Yesterday in class, along with submitting your first Check, Please! assignment, you examined three of the paragraphs that students collaboratively composed last Wednesday on some of the habits of mind cultivated by successful college students. The paragraphs that follow are revised versions of those paragraphs. Changes I made include ones of punctuation, diction, and grammar. The paragraphs would benefit from additional concrete details, too, but those particular additions can be made only by the students themselves. Keep the annotated handout in your pocket portfolio, and look to it as a model for editing for both individual and group assignments.
Student Writing, Sample One
Persistency, or continuing when faced with adversity, poses challenges for students who procrastinate. One member of our group shared an example from many years ago when they [he or she if the person is not nonbinary] received a failing grade on their [see previous pronoun note] first exam. Because the student did not study for the exam, he/she/they earned a failing grade, a grade that no student wants to earn and no teacher wants to record in the gradebook. That experience prompted him/her/they to develop the habit of preparing for class. By completing the same routine over and over, the student found himself/herself/themselves ready for any situation. By practicing consistent persistence, that student—and all of the rest of us—can always be successful.
Student Writing, Sample Two
Flexibility, or the ability to adapt in a new environment and unfamiliar situations, resonates with each of us in our group. Our group members are very similar in terms of how we have adapted to situations that challenged us to be flexible. For example: [name ommitted for anonymity]’s work environment involved conflicts with priorities and time management. In order to accommodate to such issues, he went with the flow when he faced problems at work. Doing so enabled him to minimize his stress, and he could often relax.
Student Writing, Sample Three
Curiosity—or the desire to learn new things about issues, problems, people, or policies—is a habit of mind that all of us have cultivated. We all grew up wanting to explore the unknown, wanting to learn the realities of other people and look at the world from different perspectives. [Name omitted for anonymity], specifically, is very curious about the food in different cultures. She was very picky when she was young but her willingness to try new foods stemmed from her innate curiosity, she learned which ones she liked through and trial and error. [Name omitted for anonymity] developed the habit of curiosity in the classroom. For him/her/they, school opened up broad subjects like psychology, which developed into a curiosity about the anatomy of the brain. [Name omitted for anonymity] is curious about the uniqueness of the human experience. She is fascinated by how we all experience the same life so differently. Embracing the beauty of difference allows small connections to manifest into much more. Through travelling, meeting new people, and experiencing other cultures, her curiosity has only grown. Our curiosity mindsets have enabled us to branch out and expand our knowledge.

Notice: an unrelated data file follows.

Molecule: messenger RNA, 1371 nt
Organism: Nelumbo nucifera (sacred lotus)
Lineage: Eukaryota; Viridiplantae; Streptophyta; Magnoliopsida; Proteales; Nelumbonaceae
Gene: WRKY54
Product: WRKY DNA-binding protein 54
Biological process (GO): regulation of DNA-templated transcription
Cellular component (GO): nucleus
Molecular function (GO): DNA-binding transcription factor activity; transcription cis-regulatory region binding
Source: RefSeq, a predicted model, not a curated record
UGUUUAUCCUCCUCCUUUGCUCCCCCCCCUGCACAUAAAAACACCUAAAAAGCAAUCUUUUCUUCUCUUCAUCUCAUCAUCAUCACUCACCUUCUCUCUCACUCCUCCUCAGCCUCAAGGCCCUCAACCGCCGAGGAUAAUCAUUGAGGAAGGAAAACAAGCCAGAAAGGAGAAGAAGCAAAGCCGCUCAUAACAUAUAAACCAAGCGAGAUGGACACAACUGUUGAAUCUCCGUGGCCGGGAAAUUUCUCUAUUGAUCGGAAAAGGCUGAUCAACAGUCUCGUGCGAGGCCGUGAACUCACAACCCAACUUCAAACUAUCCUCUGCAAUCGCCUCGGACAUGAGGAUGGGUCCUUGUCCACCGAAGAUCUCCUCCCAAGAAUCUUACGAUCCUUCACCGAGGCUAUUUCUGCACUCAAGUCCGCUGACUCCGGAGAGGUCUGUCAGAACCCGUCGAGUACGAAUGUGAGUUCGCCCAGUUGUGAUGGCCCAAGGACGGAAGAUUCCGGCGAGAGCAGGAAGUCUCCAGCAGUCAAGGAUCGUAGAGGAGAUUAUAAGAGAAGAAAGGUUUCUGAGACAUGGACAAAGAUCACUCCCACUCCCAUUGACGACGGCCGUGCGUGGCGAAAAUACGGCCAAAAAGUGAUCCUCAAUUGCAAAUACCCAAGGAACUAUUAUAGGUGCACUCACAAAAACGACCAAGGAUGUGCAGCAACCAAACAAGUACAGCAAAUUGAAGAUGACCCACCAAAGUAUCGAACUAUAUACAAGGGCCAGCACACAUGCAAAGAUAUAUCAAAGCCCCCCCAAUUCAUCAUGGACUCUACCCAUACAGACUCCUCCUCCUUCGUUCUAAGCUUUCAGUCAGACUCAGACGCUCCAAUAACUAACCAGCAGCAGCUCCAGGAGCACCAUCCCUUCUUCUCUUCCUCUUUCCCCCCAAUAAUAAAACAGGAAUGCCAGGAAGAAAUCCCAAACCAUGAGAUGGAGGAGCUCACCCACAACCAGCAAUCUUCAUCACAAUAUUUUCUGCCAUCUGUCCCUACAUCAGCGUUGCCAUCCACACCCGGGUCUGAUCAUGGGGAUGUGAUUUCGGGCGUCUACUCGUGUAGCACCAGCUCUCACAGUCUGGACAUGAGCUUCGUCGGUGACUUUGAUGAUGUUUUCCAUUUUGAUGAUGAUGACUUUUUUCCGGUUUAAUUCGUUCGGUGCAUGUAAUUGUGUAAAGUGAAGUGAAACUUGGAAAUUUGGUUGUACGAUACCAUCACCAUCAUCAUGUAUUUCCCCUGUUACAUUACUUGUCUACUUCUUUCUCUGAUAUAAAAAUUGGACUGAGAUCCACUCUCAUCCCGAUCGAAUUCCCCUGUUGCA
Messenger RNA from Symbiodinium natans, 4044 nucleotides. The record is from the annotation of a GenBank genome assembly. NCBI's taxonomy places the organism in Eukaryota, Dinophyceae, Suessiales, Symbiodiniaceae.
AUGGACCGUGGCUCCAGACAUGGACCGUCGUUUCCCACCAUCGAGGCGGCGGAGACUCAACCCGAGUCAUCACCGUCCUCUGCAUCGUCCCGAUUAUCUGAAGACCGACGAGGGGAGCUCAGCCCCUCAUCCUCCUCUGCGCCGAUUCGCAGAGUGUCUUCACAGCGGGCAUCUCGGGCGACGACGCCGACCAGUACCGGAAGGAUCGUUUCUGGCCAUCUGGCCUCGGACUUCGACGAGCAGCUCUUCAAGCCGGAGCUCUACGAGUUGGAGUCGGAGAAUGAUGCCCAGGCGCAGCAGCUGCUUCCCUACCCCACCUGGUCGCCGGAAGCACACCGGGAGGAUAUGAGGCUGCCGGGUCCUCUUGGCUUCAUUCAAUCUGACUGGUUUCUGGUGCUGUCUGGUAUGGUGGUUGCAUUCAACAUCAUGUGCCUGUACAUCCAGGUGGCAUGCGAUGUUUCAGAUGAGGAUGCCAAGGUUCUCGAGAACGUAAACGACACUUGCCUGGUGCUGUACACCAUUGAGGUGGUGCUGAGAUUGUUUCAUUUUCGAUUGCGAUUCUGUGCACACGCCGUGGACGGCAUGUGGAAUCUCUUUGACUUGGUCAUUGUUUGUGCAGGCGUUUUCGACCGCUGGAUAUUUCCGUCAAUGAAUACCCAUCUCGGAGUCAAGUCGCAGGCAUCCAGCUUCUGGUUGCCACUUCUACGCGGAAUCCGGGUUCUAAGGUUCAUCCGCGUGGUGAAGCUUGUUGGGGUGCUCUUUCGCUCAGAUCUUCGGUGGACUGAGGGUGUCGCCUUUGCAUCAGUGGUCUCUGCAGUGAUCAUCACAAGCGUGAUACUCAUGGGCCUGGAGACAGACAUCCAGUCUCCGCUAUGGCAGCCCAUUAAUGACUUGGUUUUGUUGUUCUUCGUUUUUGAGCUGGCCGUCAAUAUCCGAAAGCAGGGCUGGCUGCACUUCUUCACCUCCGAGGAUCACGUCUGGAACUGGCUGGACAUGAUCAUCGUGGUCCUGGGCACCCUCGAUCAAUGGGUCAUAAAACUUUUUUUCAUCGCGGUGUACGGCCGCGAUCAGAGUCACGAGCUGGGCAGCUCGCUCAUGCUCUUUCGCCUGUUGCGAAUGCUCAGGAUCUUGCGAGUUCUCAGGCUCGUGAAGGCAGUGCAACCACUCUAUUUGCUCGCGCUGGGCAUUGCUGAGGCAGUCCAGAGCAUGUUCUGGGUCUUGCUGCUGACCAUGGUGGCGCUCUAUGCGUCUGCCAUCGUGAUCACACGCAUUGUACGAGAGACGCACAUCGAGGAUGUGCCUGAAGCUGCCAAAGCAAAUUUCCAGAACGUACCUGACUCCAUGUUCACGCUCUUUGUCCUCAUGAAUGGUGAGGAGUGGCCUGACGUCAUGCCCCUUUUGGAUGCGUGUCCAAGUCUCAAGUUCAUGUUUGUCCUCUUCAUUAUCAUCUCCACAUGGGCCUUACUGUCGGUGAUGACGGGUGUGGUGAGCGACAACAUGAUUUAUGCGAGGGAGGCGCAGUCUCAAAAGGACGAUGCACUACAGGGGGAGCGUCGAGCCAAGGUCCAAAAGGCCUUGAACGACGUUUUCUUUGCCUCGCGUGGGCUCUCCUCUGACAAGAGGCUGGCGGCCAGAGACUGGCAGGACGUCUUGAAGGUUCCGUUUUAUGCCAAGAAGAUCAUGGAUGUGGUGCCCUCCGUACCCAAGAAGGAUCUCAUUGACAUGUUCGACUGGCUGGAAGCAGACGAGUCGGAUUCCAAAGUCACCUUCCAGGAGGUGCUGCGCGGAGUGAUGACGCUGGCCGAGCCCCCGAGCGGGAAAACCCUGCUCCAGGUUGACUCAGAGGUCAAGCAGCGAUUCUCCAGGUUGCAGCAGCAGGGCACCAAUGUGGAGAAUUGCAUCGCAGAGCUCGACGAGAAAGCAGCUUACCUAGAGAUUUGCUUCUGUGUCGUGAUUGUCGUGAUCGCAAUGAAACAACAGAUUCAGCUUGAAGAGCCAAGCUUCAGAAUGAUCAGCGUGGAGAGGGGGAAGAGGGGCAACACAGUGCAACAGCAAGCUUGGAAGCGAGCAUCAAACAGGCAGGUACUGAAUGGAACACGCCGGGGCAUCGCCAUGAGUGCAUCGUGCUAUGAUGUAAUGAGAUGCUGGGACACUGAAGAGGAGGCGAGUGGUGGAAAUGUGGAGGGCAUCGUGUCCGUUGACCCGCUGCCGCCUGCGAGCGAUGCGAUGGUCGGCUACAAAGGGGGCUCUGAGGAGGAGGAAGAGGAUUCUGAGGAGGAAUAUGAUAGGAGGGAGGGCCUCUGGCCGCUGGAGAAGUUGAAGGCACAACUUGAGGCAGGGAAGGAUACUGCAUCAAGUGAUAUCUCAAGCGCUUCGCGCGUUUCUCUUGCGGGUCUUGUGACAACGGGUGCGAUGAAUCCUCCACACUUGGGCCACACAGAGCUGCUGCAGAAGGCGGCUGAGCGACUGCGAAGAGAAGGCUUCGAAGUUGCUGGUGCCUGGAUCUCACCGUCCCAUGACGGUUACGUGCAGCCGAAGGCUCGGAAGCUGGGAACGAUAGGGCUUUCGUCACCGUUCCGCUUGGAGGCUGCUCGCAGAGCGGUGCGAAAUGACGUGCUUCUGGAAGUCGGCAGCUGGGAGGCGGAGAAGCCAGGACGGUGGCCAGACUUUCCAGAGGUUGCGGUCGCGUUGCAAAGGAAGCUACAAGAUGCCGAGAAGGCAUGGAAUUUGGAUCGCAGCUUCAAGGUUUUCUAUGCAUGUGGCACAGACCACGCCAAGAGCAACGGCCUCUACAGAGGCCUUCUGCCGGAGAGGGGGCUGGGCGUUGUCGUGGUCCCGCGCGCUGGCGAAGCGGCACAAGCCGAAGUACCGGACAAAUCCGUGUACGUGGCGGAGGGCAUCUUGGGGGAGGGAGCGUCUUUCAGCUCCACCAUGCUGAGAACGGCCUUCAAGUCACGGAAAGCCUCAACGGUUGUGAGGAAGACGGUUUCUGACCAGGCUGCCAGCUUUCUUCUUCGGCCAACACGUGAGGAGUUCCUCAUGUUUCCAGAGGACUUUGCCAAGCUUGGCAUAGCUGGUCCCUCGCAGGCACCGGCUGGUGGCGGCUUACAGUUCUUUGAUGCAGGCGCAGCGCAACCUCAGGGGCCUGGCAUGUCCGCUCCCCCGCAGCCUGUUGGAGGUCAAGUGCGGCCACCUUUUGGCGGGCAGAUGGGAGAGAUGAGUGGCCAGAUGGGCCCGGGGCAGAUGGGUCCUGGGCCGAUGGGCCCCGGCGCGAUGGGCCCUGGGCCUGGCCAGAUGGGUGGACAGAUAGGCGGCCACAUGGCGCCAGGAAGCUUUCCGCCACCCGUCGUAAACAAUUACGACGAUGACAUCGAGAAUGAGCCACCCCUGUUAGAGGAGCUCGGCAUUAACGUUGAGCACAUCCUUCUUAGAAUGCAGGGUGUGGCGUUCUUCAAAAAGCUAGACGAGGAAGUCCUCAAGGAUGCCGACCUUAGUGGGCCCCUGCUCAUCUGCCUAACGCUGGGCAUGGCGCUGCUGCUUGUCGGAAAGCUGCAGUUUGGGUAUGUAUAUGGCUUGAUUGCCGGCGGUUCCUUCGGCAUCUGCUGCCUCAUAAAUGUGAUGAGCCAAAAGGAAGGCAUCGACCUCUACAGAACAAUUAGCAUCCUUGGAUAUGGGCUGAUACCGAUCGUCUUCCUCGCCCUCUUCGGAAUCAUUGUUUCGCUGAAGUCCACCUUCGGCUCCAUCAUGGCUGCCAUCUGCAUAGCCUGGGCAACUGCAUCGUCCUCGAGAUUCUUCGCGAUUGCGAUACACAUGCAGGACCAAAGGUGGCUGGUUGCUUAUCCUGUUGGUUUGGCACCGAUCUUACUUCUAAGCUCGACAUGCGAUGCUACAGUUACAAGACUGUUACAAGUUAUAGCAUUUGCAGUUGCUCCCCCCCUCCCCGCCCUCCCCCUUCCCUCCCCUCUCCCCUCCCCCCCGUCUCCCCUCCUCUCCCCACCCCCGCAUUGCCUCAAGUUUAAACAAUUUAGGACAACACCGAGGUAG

Guidelines for Writing and Editing
- When you’re composing collaboratively, make sure that everyone—not just the notetaker—is involved in the writing process.
- After you have completed composing the piece, allow time for every group member to review the writing. If you recommend changes, let your group know and revise as needed.
- Whether you’re writing collaboratively or alone, read your writing aloud. Hearing awkward passages will indicate where you need to edit for brevity. Noting where you pause in your reading may indicate where you need to add a comma or another punctuation mark.
- Avoid passive constructions. The subject of the sentence should perform the action rather simply serve as a passive recipient—or worse, an absent subject.
The work was completed. Active: The students collaboratively composed the assignment.
For Wednesday’s class, read Matt Richtel’s New York Times article “Blogs versus Term Papers.” Annotate (make notes in the margin) as you read, and afterward complete a short, fifty to one-hundred word, summary in your journal/writer’s notebook. Those of you in the 9:15 class (section 23) received a paper copy of the article in class. Those of you in the 10:40 class (section 24) should read the copy posted on Blackboard in the Readings folder or the one attached at the end of this post. Rather than annotating the article (since those of you in section 24 don’t have a paper copy yet), make your notes in your journal before you compose your summary of the article. In class on Wednesday I will give you a paper copy.
Important Note: The pages of the paper copies of “Blogs versus Term Papers” are not printed in the correct order. The front-to-back order is 1-3-2-4, so the pages should be read in this order: (1) front of first page, (2) front of second page, (3) back of first page, (4) back of second page. I apologize for the inconvenience.